How would you change your favorite platform's music player?

Evan Selleck
Contributing Editor from  Arizona
| Published: August 18, 2012

Sony Ericsson isn't making phones anymore, that's been left up entirely to Sony these days, but when I think back about the company of yesteryear, I think about their feature phones. I know, I know, they had some smartphones that found their way to retail shelves, but it was the feature phones that really stood out to me. Why? Because it was right around the time I was looking to consolidate devices. I was tired of carrying around a phone and a music player. I wanted one that did it all, and Sony Ericsson-branded devices were some of the best available.

Unfortunately, while the feature phones were great, they were just a bit too little against some of the competition out there that came down the line. Still, to me, personally, they stand out as some of the coolest music phones to date.

For me, as I've alluded to in the past, music is a big part of which phone I buy. I'll be honest: the first time HTC unveiled a device with Beats Audio Technology, I was excited. I didn't pull the trigger on one of their devices until the HTC Rezound, though, and, well, that didn't go very well. But, that was only part of it.

I do like Sense's music payer. Specifically, the way that HTC has created the Sense UI music player. It's always looked nice, and had a full range of features. Enough to get by, anyway. As much as I love music, I've had to realize over time that music is just a feature to most manufacturers, and not necessarily the focus. Even HTC, Samsung, and Apple have made music an important part, but not the most important part.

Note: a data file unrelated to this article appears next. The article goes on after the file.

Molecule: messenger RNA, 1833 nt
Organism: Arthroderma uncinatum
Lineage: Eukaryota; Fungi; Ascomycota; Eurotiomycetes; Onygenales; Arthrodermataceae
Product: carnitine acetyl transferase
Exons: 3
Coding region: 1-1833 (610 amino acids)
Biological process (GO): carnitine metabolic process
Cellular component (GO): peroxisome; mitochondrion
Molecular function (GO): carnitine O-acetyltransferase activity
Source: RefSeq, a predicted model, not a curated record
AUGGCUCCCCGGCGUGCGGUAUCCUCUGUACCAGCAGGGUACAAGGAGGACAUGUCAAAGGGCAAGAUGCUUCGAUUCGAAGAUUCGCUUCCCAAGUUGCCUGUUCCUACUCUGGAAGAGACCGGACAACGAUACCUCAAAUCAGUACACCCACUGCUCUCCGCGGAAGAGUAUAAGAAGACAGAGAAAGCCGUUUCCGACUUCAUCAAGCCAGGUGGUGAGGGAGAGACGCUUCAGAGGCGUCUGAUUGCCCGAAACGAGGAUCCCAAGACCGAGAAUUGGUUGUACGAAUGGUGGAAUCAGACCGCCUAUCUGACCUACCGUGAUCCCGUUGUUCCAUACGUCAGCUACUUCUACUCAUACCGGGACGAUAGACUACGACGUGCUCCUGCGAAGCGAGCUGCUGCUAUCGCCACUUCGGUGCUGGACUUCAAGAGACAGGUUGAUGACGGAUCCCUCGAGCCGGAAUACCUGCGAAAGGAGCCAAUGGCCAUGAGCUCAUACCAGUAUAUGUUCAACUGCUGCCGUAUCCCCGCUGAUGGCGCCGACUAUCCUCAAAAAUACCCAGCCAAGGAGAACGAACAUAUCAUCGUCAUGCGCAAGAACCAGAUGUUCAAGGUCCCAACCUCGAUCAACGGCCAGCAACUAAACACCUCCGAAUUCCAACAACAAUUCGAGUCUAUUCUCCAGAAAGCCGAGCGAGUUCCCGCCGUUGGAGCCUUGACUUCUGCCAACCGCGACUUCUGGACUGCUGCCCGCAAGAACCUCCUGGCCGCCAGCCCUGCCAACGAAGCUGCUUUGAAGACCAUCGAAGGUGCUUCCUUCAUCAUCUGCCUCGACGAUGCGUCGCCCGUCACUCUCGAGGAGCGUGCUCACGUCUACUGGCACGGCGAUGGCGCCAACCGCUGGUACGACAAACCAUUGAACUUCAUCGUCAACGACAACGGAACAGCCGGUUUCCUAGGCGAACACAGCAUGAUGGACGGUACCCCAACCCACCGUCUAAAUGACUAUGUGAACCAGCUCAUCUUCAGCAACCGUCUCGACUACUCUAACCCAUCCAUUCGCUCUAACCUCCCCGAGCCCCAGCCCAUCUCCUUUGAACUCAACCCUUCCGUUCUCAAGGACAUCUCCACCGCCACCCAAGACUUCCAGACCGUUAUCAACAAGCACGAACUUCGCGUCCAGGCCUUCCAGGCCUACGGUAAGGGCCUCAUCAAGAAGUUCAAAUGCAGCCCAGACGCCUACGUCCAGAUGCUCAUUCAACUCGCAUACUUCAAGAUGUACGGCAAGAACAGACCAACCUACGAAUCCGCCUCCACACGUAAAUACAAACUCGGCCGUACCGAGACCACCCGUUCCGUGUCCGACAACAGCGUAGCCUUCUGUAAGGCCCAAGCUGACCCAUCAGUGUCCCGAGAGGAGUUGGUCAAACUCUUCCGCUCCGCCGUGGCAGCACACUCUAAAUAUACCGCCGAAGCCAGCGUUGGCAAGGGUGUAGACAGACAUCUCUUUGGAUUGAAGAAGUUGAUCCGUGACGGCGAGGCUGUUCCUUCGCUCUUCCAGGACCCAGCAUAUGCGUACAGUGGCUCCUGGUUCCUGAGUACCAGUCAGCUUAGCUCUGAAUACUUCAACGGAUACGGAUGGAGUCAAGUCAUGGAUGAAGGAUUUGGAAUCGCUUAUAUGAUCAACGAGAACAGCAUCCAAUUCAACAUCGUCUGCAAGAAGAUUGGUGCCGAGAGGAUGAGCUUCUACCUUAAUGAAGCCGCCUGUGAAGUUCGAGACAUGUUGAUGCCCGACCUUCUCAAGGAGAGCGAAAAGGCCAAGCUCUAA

Which is fine. It probably shouldn't be.

I loved webOS's music functionality as well. And, it's pretty straight forward that Apple's music functionality in the iPhone is pretty top of the line. And while I think Android doesn't have a big focus on music quite yet, the lock screen music controls are easily accessible without any effort.

But, Android's stock music widget is still terrible. It really is. As you can see from the image right above, there's a pretty critical function missing: back. This has actually been an issue with the stock Android music widget right from the get-go, and I'm shocked that it's still not "fixed." I mean, there are just some songs I want to listen to again, and the widget forces me to access the music app in its entirety, making the widget pointless.

And, while Apple's music function is top of the line, it isn't perfect, either. I think Android's lock screen music function is better, in fact. Why? Because it's there, no matter what. Let's say you're listening to the stock music app, or even Spotify. You push the lock button, then want to switch songs? Just wake up the device, and the music controls are there. Easy-peazy.

In the iPhone's case, though, you have to double-press the Home button every time you want to access the music controls in the lock screen. It isn't' a big deal, necessarily, but it is a repetitive button press over an extended period of time. Realistically, if you've owned the iPhone 4S since the day it launched, and you listen to music every day, that's a lot of double Home presses. A lot.

I'd love it if smartphone manufacturers put a larger focus on music. Google, for example, should change their music widget to include a simple back function. The next iPhone should have music controls that are accessible on the lock screen without any effort. And, while we're at it, someone should bring webOS back and just make everyone happy. (Hah!)

But, Dear Reader, let me know what you would change in your favorite platform's music function. I'm sure it works well enough for you, but is there anything you would change? Let me know what it is.